Here, we investigated the deletion mechanism of DRs-involved paired-gRNA plasmids, including the effects of the transformation methods, culture media and plasmid architectures on paired-gRNA plasmids stability. The recombination events during plasmid construction and subsequent propagation could not be eliminated in the presence of DRs. To eliminate DRs, a simple reversed paired-gRNA plasmids (RPGPs) cloning strategy was developed by placing paired gRNA cassettes in the opposite direction, which converted DRs to invert repeats (IRs). RPGPs could thoroughly avoid DRs-mediated recombination during DNA replication and achieve large genomic deletion with high efficiency. Thus, RPGPs have a great potential to facilitate the construction of large-scale gRNA libraries for CRISPR applications that require paired gRNAs. The reversed-assembly cloning strategy can also be applied to the construction of other plasmids containing repeated genetic parts.


The stability of DRs-involved paired-gRNA plasmids pDG-A-X series

To study the stability of DRs-involved paired-gRNA plasmids, pDG-A-X series for co-expression of two gRNAs were employed. A functional gRNA contains a 20-bp spacer sequence for targeting and a 82-bp scaffold that binds Cas9 protein [4]. Each gRNA was transcribed by a 35 bp constitutive promoters J23119 (Fig. 1a). Plasmid rearrangements were detected by PCR primers F1/R1 after plasmid construction and re-transformation.

Fig. 1

The design and stability of DRs-involved paired-gRNA plasmids pDG-A-X in E. coli. a The modular construction strategy of pDG-A-X series. pKB plasmid was used for PCR amplification of DNA part 1, which contained pDG-A-X backbone, one constitutive promoter J23119, and a gRNA scaffold. pKI plasmid was used for PCR amplification of part 2 series, which contained a gRNA fragment followed by another promoter J23119 and 20-bp space sequence. For the PCR reaction, the 20-bp space sequences specific for two targeted loci and the 20-bp overlap sequences for assembly were embedded in primers as a part of insert. Gibson Assembly method was used to assemble these parts into pDG-A-X series. b Representative PCR results for the deletion frequencies of pDG-A-100K after re-transformation. c The double restriction enzyme digestion analyses of pDG-A-100K and its deletion derivatives. d Effects of transformation methods and culture media on plasmid deletion frequency. e The plasmid deletion frequencies of pDG-A-100K after the re-transformation into various strains of E. coli. Values and error bars represent the mean and the s.d. (n = 3)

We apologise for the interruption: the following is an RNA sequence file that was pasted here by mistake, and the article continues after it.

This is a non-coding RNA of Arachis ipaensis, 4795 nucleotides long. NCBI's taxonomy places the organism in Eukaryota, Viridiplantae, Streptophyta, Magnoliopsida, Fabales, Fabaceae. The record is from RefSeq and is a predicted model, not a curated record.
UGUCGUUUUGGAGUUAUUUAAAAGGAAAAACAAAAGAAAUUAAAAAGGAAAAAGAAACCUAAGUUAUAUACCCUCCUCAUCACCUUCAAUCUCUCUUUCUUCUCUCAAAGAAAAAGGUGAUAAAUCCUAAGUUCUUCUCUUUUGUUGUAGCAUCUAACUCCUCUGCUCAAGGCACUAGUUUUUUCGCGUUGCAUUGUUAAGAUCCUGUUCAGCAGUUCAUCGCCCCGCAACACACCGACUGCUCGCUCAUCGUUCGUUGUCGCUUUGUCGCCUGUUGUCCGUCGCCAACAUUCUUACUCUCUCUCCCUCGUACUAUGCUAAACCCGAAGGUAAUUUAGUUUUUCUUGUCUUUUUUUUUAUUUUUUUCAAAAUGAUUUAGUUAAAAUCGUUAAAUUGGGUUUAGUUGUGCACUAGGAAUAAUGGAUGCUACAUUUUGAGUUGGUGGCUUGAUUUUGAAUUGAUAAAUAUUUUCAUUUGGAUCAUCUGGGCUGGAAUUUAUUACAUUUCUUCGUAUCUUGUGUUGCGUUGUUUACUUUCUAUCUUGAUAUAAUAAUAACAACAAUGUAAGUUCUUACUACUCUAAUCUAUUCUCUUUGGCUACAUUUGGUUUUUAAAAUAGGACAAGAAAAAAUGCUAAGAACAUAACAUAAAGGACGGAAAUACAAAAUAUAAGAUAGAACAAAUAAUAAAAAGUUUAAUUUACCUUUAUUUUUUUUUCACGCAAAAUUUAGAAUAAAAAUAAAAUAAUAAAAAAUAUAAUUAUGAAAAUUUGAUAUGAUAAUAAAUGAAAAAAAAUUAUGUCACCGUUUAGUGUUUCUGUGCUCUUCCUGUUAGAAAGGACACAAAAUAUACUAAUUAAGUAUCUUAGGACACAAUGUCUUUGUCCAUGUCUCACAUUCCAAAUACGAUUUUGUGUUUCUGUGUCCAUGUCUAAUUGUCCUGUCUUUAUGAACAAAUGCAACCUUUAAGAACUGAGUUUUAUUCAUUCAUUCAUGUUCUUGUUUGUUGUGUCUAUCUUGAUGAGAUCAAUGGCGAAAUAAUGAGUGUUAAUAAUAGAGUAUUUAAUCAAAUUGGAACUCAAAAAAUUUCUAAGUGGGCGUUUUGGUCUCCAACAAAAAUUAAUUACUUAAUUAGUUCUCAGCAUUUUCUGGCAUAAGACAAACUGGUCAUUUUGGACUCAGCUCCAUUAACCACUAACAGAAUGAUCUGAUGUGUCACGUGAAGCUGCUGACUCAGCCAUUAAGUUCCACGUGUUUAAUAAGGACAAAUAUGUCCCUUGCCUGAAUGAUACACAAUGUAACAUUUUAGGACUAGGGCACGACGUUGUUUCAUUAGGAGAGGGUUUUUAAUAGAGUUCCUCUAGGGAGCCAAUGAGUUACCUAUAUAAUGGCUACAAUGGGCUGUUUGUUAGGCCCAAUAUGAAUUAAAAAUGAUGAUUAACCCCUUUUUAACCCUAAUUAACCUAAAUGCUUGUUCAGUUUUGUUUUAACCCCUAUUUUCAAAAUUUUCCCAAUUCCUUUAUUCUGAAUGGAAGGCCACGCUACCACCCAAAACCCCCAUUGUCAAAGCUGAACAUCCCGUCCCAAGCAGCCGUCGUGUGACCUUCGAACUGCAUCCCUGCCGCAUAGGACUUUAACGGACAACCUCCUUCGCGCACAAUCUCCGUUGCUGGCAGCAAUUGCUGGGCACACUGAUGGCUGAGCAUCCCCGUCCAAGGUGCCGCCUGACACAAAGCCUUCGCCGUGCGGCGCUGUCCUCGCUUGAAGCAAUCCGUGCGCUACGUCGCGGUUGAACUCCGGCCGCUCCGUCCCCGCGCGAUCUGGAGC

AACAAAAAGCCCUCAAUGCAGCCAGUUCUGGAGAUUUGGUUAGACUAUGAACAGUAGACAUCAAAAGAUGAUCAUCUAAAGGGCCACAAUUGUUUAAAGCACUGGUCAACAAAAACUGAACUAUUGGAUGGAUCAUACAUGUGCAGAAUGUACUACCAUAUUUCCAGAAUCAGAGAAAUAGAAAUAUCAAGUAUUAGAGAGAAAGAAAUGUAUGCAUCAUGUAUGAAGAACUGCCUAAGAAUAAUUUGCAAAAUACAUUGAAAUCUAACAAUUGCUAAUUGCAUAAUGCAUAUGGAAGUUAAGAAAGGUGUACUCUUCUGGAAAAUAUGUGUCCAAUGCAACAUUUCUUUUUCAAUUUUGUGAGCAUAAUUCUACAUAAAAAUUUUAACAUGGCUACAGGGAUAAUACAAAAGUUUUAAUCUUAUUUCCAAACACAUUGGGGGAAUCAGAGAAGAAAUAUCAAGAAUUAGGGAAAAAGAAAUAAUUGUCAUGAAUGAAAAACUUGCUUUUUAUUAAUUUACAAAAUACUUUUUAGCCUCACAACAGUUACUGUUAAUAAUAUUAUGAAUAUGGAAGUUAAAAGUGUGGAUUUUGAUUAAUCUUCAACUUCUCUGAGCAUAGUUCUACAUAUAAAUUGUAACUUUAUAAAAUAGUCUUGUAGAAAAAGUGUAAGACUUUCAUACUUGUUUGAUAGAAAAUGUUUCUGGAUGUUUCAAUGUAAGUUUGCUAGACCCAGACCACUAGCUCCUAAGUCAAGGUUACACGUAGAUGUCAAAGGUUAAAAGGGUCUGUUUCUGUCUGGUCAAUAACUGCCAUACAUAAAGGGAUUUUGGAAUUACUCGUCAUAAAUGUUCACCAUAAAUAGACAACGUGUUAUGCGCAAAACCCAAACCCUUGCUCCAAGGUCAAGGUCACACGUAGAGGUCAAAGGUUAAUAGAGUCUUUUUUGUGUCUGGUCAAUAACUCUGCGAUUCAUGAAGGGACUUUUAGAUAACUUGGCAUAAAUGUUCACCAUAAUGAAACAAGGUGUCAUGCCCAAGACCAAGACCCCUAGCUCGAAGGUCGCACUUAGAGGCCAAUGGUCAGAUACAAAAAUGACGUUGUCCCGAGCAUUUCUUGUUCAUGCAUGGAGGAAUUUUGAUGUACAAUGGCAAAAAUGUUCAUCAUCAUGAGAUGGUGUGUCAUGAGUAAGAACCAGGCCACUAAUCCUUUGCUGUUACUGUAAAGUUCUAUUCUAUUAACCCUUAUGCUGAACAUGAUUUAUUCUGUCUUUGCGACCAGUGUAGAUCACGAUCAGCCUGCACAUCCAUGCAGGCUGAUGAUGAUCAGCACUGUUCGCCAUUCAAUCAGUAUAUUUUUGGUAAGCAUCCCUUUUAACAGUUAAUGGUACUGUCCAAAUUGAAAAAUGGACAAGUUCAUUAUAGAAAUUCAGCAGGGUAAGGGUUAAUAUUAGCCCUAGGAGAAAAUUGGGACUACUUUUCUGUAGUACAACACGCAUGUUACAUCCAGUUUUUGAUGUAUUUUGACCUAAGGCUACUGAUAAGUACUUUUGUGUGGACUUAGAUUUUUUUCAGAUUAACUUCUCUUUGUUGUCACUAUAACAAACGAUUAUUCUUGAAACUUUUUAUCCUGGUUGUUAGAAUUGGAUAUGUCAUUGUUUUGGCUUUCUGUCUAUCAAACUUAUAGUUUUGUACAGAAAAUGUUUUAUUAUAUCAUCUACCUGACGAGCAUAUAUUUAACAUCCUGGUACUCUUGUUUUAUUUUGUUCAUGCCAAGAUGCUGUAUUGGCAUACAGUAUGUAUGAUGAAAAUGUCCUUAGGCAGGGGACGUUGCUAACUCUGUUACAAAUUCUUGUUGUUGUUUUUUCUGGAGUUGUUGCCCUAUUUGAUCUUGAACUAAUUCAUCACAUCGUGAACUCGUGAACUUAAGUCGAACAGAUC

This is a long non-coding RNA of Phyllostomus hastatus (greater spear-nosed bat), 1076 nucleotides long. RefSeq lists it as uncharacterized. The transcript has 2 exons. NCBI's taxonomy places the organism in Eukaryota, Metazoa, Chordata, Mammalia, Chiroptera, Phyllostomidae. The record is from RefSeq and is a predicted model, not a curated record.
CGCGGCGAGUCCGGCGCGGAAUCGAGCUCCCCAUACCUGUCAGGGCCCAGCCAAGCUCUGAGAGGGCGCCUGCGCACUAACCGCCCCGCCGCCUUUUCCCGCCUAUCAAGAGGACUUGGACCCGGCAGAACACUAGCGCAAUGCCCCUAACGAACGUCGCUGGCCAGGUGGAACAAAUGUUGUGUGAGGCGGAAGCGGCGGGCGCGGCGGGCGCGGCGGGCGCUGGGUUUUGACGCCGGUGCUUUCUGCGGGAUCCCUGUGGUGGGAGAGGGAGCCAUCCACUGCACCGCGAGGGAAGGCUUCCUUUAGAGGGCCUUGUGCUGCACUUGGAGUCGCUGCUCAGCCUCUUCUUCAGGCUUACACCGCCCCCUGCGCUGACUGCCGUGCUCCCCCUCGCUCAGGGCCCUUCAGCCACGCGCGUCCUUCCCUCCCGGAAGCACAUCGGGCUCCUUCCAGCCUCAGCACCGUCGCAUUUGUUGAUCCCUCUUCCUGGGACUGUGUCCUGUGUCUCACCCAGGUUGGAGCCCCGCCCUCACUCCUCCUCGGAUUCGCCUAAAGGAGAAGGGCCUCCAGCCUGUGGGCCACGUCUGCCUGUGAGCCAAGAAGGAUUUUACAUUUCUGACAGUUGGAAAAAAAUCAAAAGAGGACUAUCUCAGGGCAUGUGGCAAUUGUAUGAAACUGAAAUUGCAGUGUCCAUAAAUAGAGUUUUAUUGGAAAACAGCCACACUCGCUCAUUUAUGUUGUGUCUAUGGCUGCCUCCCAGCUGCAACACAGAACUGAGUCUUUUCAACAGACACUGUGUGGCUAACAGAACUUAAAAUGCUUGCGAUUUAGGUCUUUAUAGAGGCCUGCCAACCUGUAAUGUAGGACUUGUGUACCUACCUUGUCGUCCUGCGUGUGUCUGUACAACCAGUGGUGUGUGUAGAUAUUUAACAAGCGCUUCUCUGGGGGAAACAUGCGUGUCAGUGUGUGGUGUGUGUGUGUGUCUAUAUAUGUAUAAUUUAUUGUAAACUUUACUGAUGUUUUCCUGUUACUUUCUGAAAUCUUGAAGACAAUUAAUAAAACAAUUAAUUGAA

Plasmid pDG-A-100K for 100-kb genomic deletion was constructed by using E. coli DH10B strain as host. However, the deletion frequency of 73.33% was observed after pDG-A-100K plasmid construction. Similarly, the plasmid deletion frequency was around 65% after re-transformation of the correct pDG-A-100K (Figs. 1b, 4b). PCR results indicated that the deletion occurred between the paired-gRNA regions of these mutant plasmids. Subsequent DNA sequencing results demonstrated that one of two gRNAs along with its promoter was eliminated. Furthermore, the double restriction enzyme digestion analyses by using NdeI and CaiI showed the deletion only occurred between the paired-gRNA regions, rather than other parts of plasmids (Fig. 1c).

To enhance the stability of pDG-A-100K, the effects of experimental conditions including DNA transformation methods and culture media were then assessed during plasmid re-transformation in DH10B strain. Compared with transformation by heat shock, electrotransformation led to a 5.6-fold decrease in the plasmid deletion frequency for cells cultured in LB medium and a 3.5-fold decrease for cells cultured in TB medium (Fig. 1d). The nutrient supplies for plasmid propagation also influenced its stability. Replacing the LB medium with the nutrient-rich TB medium reduced the plasmid deletion frequency by half when DNA was chemically transformed into cells, while no significant decrease in the plasmid deletion frequency was achieved when plasmids were transformed electrically (Fig. 1d). Therefore, pDG-A-100K appeared to be more stable when introduced into cells by electroporation and propagated in rich medium, but neither could eliminate the events of plasmid rearrangement.

The patterns of plasmid rearrangements

Various recombination derivatives were discovered during DRs-mediated recombination events of pDG-A-X series (Fig. 2). Based on our observations, two main types of deletion were summarized: the deletion of the first gRNA expression cassette along with its promoter (MUT-1), and the deletion of the second gRNA expression cassette together with its promoter (MUT-2). Among these observations, MUT-1 and MUT-2 never appeared simultaneously in tests of pDG-A-X series. Point mutations and insertions also occurred during plasmid construction and subsequent propagation. For example, point mutations in the –10 regions (MUT-3/4) or –35 regions of promoter J23119 appeared frequently, which could affect the transcription process of gRNAs. A 12-bp repeated insertion at the end of the gRNA scaffold was also detected (MUT-5), which could influence the normal structure of gRNA. Taken together, random deletion of one of the paired gRNA expression cassettes dominated the recombination events for pDG-A-X series, with other spontaneous mutations occurred between the paired-gRNA regions, all contributing to instability of the paired-gRNA plasmids.

Fig. 2